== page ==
I was attending lectures and other events at the Nathaniel Branden Institute in a sub-level of the Empire State Building in 1968 when the Rand-Branden matter “blew up.’ Most regular attendees were left utterly ignorant of the reasons behind the conflict. I recall receiving the statements from both Ayn Rand and the Brandens about why it was all over, and of the two statements – even though the concrete particulars of Nathaniel Branden’s offenses especially were unfathomable to me and would remain so for years – I gave Rand the benefit of the doubt and granted her statement sole veracity, simply on the basis of her literary and philosophical achievements. But, up until that day, there was no evidence of a conflict between the principals, no hint or suggestion that anything was terribly wrong. The closing of NBI was a surprise.
I have just finished reading James Valliant’s The Passion of Ayn Rand’s Critics: The Case Against the Brandens. I was astonished by two things: the scope of the deceit and dishonesty of the Brandens, and the meticulous and scrupulous examination to which Valliant subjected them.
Until Barbara Branden’s Passion of Ayn Rand appeared in 1986, I remained in the dark about the exact nature of the conflict and split. I had heard rumors of an affair between Rand and Nathaniel Branden, but couldn’t credit them. Since they had left the field of serious philosophical engagement, what the Brandens did or were doing then was of no further concern to me. I had read that Patrecia, Nathaniel Branden’s wife, who played a passive role in Branden’s deception of Rand, was found dead in his California swimming pool, and that he had subsequently married someone named Devers. But this and other information about the Brandens I collected without any specific interest, in the haphazard way one notes odd things in the landscape as one speeds on a highway, observed one minute, forgotten a mile down the road.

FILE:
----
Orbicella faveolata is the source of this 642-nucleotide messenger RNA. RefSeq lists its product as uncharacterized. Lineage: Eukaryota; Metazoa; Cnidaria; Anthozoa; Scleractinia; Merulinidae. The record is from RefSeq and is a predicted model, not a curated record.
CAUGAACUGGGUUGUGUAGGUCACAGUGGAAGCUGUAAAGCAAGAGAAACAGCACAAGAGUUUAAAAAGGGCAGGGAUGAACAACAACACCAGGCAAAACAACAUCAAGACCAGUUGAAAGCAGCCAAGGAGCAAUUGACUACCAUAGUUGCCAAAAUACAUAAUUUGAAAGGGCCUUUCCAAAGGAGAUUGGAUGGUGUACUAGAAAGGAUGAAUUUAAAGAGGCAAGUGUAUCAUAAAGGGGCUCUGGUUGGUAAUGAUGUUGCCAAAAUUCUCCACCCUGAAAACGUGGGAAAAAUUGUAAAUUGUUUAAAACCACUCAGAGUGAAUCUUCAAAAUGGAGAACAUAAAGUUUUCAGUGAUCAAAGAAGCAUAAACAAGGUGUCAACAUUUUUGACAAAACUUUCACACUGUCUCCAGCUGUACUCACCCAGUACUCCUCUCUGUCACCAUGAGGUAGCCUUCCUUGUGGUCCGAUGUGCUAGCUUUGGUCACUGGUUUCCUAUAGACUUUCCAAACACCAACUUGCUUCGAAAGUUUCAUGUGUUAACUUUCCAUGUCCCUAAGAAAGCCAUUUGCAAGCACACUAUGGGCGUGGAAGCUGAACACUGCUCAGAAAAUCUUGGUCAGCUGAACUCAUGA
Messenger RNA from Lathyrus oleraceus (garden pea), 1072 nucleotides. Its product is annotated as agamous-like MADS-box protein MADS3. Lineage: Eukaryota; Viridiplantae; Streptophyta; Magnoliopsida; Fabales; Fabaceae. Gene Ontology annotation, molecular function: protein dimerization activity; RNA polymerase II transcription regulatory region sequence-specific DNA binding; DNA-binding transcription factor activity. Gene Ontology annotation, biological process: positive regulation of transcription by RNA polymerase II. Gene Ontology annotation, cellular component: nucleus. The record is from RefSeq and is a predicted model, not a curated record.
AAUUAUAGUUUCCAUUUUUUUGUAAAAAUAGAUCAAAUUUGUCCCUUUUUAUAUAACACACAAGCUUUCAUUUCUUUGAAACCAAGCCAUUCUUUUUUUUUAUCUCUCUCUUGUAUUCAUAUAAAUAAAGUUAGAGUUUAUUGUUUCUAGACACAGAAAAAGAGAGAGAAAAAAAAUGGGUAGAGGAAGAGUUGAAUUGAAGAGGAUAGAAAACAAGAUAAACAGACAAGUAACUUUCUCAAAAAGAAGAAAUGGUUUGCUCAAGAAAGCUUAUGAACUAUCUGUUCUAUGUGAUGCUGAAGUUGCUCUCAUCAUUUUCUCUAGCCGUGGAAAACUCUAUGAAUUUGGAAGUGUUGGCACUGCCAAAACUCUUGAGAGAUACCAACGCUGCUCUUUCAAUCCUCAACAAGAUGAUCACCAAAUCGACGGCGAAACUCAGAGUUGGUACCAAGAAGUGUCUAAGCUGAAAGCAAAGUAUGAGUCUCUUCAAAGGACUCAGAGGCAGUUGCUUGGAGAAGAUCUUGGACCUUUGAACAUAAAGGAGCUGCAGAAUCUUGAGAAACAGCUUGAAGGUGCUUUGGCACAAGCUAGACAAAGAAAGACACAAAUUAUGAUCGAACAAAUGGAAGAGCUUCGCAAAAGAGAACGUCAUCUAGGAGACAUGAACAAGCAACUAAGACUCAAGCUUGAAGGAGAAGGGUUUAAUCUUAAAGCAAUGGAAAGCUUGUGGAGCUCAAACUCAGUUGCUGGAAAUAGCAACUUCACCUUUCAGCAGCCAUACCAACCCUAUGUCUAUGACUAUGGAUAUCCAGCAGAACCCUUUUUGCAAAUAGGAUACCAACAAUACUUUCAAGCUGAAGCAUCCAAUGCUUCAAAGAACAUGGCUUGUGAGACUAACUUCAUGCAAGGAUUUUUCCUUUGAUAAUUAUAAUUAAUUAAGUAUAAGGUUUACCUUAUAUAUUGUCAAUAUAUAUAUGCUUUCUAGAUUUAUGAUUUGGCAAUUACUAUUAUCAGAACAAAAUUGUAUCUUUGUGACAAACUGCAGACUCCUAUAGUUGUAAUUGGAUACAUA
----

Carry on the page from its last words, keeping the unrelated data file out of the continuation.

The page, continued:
At the time, I was writing book reviews for the Library Journal and other periodicals, and, out of curiosity, requested a review copy of Passion from the Journal. Also, I had recently been interviewed by Dr. Peikoff about writing a biography of Rand. After I read Barbara Branden’s biography, I called him and urged him to respond publicly to it, to set the record straight – not about the affair, but about all the backstabbing allegations made in her book, which I characterized as a prolonged character assassination in an elaborately contrived guise of “homage.”
Now that I see what was necessary to properly and thoroughly answer her and Nathaniel Branden’s books, I not only understand why Dr. Peikoff did nothing about it for so long – the scope of research and depth of intellectual effort that Valliant must have expended are nothing less than marvelous – but understand better why I knew then that I could not write a review of them. A mere book review critical of just Barbara Branden’s allegations would not have sufficed; it would have been an inappropriate and inadequate answer.